I was so confident in our relationship before Burning Man.
We had been warned, of course, about the fights we would have about nothing, about how the dehydration would make everything seem worse, about how we would lash out and get annoyed with each other.
But I didn’t believe it. Not we, the ones who are always “so cute” and everyone’s “favorite couple.” We’re the ones who never fight, who have great communication, never get jealous and have zero trust issues.
Piece of cake, right?
Wrong. The bickering started before we even left Reno. “Do you know how to use the hose?” Illich asked me as I held the water hose to fill up one of the giant water barrels we had rented for the RV. “Sure! Just turn the little knob,” I told him.
A minute later, I waited too long, didn’t realize the knob only turn the other way to close, and water gushed all over the floor of the RV.
“What are you doing?” He berated me. “It’s just water,” I shot back. “God, I’m sorry.” And I stormed out of the RV.
We made up an hour later, chalking it up to the fact that we hadn’t been drinking enough water. And then we started bickering again.
The next three days were like that, with us making up and exploring the Playa with wonder, then getting in a fight about something stupid.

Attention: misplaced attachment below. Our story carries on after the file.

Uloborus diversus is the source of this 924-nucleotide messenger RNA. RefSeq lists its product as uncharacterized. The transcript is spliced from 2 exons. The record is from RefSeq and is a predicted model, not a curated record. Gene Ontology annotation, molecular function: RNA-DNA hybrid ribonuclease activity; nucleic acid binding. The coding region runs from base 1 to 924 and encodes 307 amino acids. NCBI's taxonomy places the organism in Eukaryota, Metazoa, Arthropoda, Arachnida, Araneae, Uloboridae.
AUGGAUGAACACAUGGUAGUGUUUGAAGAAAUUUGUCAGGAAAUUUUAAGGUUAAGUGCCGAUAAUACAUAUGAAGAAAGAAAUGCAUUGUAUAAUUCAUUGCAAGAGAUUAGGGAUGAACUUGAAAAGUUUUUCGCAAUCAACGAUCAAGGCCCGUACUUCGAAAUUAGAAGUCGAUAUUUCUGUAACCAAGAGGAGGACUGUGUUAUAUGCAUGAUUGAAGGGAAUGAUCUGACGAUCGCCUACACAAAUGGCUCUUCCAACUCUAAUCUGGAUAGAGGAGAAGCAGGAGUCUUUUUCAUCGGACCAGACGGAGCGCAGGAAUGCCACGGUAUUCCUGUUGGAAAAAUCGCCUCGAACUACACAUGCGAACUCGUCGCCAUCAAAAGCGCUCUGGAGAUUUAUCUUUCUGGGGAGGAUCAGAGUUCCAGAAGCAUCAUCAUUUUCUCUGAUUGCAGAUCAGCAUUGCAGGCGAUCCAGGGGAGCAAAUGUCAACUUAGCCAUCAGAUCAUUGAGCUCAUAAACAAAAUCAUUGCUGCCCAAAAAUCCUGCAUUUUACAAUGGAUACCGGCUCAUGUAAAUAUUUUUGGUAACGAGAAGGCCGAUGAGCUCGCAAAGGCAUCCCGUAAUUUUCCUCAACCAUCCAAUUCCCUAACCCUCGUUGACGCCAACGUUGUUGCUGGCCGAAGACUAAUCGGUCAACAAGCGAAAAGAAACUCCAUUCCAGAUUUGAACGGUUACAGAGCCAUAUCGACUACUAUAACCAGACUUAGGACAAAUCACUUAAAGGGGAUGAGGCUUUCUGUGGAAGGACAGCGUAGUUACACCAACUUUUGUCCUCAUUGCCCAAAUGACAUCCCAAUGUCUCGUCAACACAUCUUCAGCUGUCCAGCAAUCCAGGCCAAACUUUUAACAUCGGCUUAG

It turns out our little relationship issues had always been there. They were like the Jurassic Park dinosaurs, stalking the perimeter of our lush but safe little relationship, testing the fence for weaknesses.
The real world, with its comforts, manageable schedule, and cell phone service (“Sorry! Running late!”) was like an electrified fence. But once it came down, those argument dinosaurs stormed inside our perfect little world and wreaked havoc. (Wow, I just used an elaborate Jurassic Park metaphor, but go with me here.)
Oh, I wanted so much from Burning Man. (As evidenced by my long list of reasons why I knew I would love it.) I downloaded the app, meticulously went through the entire event listing and added every single thing that sounded mildly interesting to my Google calendar.
Turkish coffee and AcroYoga and an Alternative Energy Tour and being a lamplighter and the Bedouin Oil Bath and cocktails and couple’s erotic massage and Buddhist chanting and donut holes and Disco and Pisco night and fresh squeezed lemonade and How to Be a Feminist in the Bedroom and LCD Soundsystem and TEDx.
All of them. Every single one. I hadn’t even added in my favorite DJs yet. I thought if I carefully planned my visit like I had planned my trip to Bali, I could check all the interesting things off my list and leave feeling like I had truly “done” Burning Man.
What a tourist I was.
Even if I had found a magic pill that kept me from sleeping all week (Maybe acid?) I couldn’t have done all these magical things. I was going to have to make choices.